2/2/16 Dream Home

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In 2007, the Angora wildfire destroyed more than 300 homes and businesses near California’s Lake Tahoe.

One of the 240 homes destroyed sat for 30 years at 889 Lake Tahoe Boulevard.  It was in a residentially-zoned area.  It was nestled among homes on a paved street with concrete curbs.  The property had electricity, water, sewage and telephone hook-ups.

The location was perfect for Ray and Theresa Burns.  In 2009, they bought the lot in a foreclosure auction. They planned to build a dream home for their family.  And their two elderly, disabled mothers.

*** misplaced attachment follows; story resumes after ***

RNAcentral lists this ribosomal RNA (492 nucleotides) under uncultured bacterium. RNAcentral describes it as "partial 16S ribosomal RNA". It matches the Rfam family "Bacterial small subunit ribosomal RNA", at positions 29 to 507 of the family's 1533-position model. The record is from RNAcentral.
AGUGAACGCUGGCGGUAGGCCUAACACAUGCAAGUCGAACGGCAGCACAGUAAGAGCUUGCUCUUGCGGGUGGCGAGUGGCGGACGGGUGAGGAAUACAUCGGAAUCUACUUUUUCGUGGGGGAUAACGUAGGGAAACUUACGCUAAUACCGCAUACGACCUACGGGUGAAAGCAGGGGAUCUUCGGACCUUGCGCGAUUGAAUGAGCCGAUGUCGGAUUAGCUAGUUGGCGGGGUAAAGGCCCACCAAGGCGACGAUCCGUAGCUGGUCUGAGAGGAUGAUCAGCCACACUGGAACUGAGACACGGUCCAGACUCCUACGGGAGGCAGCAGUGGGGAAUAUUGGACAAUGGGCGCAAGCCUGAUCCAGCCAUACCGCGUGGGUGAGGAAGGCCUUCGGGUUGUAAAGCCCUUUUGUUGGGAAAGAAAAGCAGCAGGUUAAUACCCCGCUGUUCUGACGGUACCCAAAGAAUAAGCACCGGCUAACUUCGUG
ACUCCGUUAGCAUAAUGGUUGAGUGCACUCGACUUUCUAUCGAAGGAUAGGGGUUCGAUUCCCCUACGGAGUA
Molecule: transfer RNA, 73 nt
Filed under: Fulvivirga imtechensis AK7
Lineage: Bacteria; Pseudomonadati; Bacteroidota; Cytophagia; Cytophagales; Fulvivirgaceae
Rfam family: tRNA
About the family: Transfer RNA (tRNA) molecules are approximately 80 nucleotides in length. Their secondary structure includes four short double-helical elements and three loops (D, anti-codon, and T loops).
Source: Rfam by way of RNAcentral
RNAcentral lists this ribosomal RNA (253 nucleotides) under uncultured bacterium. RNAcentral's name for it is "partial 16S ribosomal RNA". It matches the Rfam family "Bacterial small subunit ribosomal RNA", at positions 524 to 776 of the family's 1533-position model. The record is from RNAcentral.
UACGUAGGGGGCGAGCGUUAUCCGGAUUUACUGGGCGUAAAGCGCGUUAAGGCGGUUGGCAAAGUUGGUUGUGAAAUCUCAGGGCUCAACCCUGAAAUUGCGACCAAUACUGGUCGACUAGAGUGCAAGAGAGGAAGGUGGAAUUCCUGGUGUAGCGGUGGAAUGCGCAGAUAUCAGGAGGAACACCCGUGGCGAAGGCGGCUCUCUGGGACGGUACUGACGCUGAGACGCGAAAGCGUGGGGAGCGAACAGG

The Burns worked with the Tahoe Regional Planning Agency before the purchase. Of course, you can rebuild a home on the lot, the TRPA told them.

The couple consulted with the agency and other local authorities on the building plans. They spent 1400-dollars to buy a lot allocation, as required by local ordinance. They were going to build an environmentally-conscious green home on the previous home’s footprint.

But shortly before construction began, TRPA had a change of heart.  Vegetation that grew where a home once stood and a nearby stream convinced these bureaucrats this was protected lot.  It was placed off-limits for development.

The TRPA’s actions don’t pass the common-sense test.

More than that.  Their prohibition runs counter to Supreme Court precedence and is in violation of the Constitution’s Fifth Amendment.

The Burns are suing the Tahoe Regional Planning Agency.
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